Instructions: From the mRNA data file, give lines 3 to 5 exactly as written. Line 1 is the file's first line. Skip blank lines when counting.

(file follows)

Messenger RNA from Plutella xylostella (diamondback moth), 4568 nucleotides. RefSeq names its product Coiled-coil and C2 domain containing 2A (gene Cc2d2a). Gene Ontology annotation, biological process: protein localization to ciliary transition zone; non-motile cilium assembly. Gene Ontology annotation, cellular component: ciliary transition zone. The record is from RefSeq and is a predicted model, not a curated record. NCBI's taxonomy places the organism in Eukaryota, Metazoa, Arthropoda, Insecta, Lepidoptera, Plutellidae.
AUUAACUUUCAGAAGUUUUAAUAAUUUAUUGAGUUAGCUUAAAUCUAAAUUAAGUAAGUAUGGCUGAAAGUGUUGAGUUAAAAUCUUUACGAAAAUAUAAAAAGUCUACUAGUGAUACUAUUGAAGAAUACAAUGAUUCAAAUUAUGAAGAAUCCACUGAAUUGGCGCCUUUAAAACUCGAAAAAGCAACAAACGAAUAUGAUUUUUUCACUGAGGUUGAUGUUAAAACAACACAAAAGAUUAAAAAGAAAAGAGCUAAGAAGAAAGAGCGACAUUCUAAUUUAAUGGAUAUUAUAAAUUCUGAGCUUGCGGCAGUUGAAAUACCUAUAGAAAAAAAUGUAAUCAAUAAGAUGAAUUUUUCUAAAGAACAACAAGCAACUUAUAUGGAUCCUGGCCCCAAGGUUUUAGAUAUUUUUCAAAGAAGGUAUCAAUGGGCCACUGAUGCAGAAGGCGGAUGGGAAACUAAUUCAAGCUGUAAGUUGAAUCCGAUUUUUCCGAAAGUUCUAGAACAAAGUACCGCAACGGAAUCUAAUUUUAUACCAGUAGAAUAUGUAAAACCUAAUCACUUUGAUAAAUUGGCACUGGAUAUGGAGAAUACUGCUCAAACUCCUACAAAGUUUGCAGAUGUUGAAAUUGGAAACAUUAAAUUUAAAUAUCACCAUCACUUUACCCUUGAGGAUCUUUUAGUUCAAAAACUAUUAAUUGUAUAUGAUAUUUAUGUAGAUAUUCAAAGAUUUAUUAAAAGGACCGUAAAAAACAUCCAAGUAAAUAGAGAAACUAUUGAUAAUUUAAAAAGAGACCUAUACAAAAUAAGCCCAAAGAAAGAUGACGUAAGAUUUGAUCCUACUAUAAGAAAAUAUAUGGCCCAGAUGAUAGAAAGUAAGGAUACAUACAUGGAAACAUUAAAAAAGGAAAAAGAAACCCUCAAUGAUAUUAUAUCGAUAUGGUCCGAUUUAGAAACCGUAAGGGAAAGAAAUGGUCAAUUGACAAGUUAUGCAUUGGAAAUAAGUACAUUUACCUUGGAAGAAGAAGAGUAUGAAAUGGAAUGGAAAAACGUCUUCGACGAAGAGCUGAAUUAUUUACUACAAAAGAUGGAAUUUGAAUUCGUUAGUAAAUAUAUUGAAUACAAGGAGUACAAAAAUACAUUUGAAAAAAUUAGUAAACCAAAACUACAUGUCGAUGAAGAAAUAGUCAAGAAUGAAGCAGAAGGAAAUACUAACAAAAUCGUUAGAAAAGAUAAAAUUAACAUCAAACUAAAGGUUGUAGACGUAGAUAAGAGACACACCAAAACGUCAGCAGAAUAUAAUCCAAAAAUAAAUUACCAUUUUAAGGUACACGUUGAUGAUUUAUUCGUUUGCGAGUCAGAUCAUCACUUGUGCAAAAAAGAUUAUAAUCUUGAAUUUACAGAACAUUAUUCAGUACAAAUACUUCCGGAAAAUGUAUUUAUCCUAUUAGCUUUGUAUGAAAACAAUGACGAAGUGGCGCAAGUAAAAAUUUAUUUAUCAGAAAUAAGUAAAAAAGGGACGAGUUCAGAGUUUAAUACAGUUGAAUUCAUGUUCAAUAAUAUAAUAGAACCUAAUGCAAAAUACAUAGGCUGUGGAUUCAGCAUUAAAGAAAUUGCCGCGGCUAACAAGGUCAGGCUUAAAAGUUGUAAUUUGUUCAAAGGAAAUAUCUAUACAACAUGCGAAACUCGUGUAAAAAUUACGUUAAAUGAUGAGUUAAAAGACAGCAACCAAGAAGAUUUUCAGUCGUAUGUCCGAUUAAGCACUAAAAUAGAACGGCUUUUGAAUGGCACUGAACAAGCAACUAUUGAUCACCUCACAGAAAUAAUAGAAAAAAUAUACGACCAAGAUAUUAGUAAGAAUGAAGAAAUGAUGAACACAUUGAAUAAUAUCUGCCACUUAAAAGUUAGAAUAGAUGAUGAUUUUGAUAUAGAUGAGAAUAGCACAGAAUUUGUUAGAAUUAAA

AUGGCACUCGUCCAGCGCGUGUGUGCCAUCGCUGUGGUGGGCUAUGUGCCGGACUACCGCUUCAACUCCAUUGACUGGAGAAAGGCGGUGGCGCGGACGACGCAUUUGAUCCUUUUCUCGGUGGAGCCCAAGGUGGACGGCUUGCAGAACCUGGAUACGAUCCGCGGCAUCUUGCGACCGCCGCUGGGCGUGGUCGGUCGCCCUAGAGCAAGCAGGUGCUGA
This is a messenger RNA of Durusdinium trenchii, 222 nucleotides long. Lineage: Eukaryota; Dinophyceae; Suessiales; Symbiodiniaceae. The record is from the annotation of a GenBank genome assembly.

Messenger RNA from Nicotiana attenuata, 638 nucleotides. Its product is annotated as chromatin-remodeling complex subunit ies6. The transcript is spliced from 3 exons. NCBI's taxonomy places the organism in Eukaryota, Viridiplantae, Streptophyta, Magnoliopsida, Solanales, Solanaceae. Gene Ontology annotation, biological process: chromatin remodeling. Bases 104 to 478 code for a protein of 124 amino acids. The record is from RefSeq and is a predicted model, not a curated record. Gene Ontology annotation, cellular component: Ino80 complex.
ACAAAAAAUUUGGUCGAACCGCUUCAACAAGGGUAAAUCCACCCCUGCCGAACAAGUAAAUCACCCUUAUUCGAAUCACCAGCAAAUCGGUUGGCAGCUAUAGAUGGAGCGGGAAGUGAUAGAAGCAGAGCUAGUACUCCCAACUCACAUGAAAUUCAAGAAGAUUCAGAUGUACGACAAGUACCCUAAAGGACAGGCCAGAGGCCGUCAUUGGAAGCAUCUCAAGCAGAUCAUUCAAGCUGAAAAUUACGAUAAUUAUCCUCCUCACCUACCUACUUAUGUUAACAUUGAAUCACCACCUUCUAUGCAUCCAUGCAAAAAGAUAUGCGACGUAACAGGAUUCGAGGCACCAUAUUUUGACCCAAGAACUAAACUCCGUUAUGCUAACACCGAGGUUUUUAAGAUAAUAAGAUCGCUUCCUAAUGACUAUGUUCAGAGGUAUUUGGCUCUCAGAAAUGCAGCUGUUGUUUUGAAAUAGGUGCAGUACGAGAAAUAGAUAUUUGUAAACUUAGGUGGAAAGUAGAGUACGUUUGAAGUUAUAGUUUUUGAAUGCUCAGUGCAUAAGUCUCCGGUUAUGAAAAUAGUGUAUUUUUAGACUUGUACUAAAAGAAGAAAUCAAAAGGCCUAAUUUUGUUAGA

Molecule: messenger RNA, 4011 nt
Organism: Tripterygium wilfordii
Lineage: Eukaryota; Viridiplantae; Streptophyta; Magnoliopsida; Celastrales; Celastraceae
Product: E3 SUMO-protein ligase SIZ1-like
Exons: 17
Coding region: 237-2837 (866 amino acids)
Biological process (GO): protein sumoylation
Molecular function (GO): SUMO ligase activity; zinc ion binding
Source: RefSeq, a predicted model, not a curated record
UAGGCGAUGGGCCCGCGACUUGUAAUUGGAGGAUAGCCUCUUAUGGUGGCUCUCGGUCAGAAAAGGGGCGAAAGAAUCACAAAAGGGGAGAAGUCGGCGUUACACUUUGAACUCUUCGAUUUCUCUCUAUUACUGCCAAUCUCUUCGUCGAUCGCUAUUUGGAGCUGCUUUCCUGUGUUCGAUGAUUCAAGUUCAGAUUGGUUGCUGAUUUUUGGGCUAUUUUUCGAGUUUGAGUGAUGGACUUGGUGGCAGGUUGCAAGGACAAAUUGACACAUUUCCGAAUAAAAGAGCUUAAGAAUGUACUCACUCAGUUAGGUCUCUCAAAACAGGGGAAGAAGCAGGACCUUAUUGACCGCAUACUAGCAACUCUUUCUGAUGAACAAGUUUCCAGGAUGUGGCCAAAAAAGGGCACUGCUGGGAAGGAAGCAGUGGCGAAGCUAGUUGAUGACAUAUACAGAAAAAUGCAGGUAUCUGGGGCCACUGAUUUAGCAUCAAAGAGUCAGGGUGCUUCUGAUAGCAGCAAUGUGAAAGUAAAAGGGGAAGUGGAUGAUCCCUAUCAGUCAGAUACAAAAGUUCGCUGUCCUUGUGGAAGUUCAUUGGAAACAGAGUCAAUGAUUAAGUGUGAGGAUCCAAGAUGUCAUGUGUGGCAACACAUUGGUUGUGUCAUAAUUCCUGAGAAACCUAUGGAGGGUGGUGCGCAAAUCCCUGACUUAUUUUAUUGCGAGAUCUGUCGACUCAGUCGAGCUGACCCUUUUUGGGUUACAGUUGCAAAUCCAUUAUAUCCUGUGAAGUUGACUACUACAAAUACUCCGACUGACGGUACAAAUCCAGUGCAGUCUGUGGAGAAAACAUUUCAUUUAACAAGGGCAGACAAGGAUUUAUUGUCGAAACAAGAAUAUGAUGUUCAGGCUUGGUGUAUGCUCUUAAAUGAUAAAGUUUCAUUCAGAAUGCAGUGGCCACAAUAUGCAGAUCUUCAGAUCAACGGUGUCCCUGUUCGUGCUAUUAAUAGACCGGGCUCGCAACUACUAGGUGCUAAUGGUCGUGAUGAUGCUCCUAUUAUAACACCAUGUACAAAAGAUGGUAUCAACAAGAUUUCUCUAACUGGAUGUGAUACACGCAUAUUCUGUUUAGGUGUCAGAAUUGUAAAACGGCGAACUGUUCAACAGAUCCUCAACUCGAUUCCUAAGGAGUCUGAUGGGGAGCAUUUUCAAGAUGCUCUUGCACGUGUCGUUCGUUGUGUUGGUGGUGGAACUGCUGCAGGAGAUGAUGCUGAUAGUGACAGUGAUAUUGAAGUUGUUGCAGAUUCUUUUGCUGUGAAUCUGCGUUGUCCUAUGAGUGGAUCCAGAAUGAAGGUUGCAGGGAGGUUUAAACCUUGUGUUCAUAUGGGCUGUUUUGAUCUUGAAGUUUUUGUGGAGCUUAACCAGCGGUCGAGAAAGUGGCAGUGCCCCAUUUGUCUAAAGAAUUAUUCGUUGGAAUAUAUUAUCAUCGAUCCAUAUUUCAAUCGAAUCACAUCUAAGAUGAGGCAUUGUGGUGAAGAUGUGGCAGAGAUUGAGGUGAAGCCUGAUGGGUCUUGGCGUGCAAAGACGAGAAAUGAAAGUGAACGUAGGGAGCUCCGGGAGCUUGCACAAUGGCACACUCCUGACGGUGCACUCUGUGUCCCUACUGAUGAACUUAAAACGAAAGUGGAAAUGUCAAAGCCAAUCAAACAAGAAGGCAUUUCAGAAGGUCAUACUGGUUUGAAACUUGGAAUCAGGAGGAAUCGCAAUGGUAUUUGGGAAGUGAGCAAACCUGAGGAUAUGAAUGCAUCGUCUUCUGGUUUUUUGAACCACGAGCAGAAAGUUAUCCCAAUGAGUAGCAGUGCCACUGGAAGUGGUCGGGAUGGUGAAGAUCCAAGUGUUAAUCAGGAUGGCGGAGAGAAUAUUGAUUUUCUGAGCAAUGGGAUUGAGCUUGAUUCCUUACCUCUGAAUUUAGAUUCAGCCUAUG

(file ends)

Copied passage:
AUGGCACUCGUCCAGCGCGUGUGUGCCAUCGCUGUGGUGGGCUAUGUGCCGGACUACCGCUUCAACUCCAUUGACUGGAGAAAGGCGGUGGCGCGGACGACGCAUUUGAUCCUUUUCUCGGUGGAGCCCAAGGUGGACGGCUUGCAGAACCUGGAUACGAUCCGCGGCAUCUUGCGACCGCCGCUGGGCGUGGUCGGUCGCCCUAGAGCAAGCAGGUGCUGA
This is a messenger RNA of Durusdinium trenchii, 222 nucleotides long. Lineage: Eukaryota; Dinophyceae; Suessiales; Symbiodiniaceae. The record is from the annotation of a GenBank genome assembly.

Messenger RNA from Nicotiana attenuata, 638 nucleotides. Its product is annotated as chromatin-remodeling complex subunit ies6. The transcript is spliced from 3 exons. NCBI's taxonomy places the organism in Eukaryota, Viridiplantae, Streptophyta, Magnoliopsida, Solanales, Solanaceae. Gene Ontology annotation, biological process: chromatin remodeling. Bases 104 to 478 code for a protein of 124 amino acids. The record is from RefSeq and is a predicted model, not a curated record. Gene Ontology annotation, cellular component: Ino80 complex.